By Sahar in collaboration with Dr Amelia and the Therapy House team in Brisbane
What is Anxiety?
It is widely believed that each emotion has a function and the function of anxiety would be to protect us by gearing us up against danger. When people feel ‘anxious’, they are experiencing one of the many emotions that we all experience as human beings.
Anxiety is a feeling associated with our ‘flight or fight’ response which puts us in ‘protection mode’. Anxiety can be accompanied by restlessness, tension, and vigilance and can feel quite uncomfortable. It is also a state of worry and apprehension.
Experiencing anxiety before a new, important, or daunting event such as an upcoming presentation, test, interview, or meeting a new person is normal. In fact, this is our brain’s way of preparing us for what is to come. Anxiety can also be thought as a milder version of fear – while fear is associated with real danger, anxiety tends to be more linked to ‘hypothetical or anticipatory danger’.
For example, while a classroom presentation may not be considered as an actual danger, it can be daunting and requires preparation. In this situation, our brain activates the feeling of anxiety to protect us against potential failure and thus pushes us harder to succeed.
While some levels of anxiety are functional and adaptive, experiencing higher levels of anxiety becomes dysfunctional and maladaptive.
While the human brain is wonderfully complex, it still hasn’t developed to an extent for it to tell apart real and perceived danger. As a result, the brain sends the same signals to the body of a person who is anxious about giving a presentation, as it would to a person about to be attacked by a grizzly bear. Regardless of the situation, the body would react as though it had to fight off the danger (no matter how big or small!).
One may wonder why anxiety, which is meant to protect us, can be challenging for many people and why they may seek psychological support for it.
When Anxiety Becomes a Problem
Just like many other things, too much anxiety is no longer helpful nor protective. In fact, when anxiety is experienced frequently and intensely, it can impair one’s ability to manage their daily life. People with excessive amounts of anxiety are believed to have an increased and more frequent anticipation of threat.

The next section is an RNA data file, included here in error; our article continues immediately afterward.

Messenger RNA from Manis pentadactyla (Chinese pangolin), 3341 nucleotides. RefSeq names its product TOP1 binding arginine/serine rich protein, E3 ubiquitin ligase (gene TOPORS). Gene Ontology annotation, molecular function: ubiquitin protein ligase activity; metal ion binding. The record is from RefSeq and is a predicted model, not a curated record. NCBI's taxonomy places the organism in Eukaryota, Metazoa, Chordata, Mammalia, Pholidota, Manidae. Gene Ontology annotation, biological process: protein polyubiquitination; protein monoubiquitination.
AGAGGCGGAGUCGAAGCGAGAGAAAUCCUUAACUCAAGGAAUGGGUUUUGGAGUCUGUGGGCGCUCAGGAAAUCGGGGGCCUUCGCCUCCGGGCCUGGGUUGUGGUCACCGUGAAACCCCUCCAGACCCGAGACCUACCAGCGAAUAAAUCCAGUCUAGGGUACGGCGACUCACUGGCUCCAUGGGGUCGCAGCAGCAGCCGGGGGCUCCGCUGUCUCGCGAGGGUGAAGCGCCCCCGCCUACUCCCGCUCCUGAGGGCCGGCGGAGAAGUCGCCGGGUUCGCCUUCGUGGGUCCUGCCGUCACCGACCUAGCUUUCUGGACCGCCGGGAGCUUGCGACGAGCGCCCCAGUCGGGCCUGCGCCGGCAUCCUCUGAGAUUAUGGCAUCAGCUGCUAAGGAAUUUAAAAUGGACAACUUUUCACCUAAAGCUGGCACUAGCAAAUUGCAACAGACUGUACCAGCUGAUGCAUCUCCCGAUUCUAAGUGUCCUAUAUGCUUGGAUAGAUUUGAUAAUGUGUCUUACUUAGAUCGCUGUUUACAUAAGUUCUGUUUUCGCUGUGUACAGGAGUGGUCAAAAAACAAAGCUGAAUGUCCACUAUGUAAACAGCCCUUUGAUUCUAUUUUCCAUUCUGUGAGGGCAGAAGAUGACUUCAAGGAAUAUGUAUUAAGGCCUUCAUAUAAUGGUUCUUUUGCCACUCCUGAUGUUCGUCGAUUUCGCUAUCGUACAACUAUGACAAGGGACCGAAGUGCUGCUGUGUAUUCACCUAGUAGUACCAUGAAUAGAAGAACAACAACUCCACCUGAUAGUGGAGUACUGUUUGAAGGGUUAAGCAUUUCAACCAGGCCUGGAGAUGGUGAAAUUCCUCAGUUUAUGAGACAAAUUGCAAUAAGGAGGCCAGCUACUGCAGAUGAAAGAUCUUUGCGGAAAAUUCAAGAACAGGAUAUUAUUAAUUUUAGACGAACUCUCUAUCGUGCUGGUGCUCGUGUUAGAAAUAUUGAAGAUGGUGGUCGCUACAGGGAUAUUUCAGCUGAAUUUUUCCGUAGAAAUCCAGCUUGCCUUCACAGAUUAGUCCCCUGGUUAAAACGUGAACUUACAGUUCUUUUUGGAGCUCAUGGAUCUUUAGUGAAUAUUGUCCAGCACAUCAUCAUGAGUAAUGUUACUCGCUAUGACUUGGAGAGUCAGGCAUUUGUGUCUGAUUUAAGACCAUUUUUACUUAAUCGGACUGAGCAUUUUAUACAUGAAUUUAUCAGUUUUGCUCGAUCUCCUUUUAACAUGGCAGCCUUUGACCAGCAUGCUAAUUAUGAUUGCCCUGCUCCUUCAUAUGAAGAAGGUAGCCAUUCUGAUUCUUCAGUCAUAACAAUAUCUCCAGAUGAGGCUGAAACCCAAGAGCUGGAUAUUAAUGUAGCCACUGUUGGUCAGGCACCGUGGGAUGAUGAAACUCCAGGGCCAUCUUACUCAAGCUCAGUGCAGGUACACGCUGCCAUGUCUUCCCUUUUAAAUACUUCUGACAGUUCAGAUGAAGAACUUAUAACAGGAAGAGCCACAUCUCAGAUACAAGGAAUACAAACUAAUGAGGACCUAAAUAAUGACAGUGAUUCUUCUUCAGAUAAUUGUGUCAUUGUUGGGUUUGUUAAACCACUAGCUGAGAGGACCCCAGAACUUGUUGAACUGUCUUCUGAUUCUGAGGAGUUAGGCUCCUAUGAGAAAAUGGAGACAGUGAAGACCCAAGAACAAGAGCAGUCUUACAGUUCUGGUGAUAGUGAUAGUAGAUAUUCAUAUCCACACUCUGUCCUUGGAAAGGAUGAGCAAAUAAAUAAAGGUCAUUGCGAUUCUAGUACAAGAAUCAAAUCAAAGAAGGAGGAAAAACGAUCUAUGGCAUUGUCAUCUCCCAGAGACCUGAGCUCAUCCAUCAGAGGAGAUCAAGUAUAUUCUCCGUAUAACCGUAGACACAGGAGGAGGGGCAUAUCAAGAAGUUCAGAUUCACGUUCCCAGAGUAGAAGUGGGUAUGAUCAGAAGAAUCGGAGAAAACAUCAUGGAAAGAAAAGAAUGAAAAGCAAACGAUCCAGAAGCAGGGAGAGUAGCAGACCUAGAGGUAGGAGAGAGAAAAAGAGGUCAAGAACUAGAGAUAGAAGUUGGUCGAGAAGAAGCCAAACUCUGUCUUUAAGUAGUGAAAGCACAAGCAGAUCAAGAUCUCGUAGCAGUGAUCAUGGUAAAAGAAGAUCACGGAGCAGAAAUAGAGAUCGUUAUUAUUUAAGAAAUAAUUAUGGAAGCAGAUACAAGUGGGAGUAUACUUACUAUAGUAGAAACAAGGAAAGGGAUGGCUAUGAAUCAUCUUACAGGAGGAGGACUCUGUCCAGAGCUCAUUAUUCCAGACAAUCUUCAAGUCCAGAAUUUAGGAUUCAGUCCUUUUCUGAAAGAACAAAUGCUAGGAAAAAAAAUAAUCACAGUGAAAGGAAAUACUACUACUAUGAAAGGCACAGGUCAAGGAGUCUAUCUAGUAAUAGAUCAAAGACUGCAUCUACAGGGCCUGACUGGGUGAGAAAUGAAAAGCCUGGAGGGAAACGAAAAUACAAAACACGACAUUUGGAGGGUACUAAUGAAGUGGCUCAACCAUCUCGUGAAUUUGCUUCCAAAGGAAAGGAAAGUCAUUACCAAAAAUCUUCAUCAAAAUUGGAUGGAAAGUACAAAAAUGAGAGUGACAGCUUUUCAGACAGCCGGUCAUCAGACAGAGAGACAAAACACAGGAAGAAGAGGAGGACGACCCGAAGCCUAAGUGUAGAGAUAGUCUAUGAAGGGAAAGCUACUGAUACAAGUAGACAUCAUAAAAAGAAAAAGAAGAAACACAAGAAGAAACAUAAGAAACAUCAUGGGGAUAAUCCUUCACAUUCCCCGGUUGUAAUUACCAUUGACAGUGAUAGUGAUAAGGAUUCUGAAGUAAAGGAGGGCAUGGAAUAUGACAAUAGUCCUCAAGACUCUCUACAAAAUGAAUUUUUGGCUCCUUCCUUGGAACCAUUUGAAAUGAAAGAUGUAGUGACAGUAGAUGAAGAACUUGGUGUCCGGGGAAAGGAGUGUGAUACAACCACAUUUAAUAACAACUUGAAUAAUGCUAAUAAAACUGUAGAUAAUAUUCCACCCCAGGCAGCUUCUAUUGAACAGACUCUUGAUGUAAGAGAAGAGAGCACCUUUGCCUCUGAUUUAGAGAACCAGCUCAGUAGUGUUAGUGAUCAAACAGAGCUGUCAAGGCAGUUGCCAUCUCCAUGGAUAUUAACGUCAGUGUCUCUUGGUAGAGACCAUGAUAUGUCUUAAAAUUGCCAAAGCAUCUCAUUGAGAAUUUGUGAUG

This means their brain constantly activates a fight-or-fight response. Usually, the person experiences this in their body by feeling tense, restless, tightness in the chest, sweating, discomfort in the gut, butterflies in tummy, and more. It is likely that a person experiencing excessive anxiety tends to avoid experiences or situations that cause their anxiety.
This can lead to a pattern of ‘avoidant behaviour’ such as school refusal, avoiding social situations, avoiding applying for a job, or avoiding talking about problems. The more the person avoids a given situation, the less likely it is for them to face it another time, hence they might develop some justification to explain their avoidance, such as, I don’t need friends, I don’t need others company, or I am not smart and I can’t learn so I don’t expect myself to study hard or do better at exams.
Patterns of avoidance can be strong and long lasting and often are not easily recognised by the person who has developed those patterns as a coping mechanism. This might be observed more by others. For example, parents might recognise that their teenager does not have friends, feels lonely and spends most of their time playing games, while the young person believes that they do not need friends.
When you visit a psychologist for anxiety treatment, they can assist in first evaluating your anxiety level and understanding the type of anxiety you are experiencing. They can help uncover the dysfunctional patterns that you might have had developed and help you gain more awareness and understanding about your experience of anxiety.
We have various evidence-based treatments for anxiety including Cognitive Behavioural Therapy (CBT), Acceptance and Commitment Therapy (ACT), and Psychodynamic Therapy (Australian Psychological Society, 2018). The selected treatment will depend on a psychologist’s training, the client’s preference and, of course, the type of anxiety disorder.
What are Anxiety Disorders?
There are various types of anxiety disorders, but all share the symptoms of excessive fear and worry, as well as disruptions in behaviour. Anxiety disorders tend to differ in their content or trigger, and some may be specific to a particular age-range.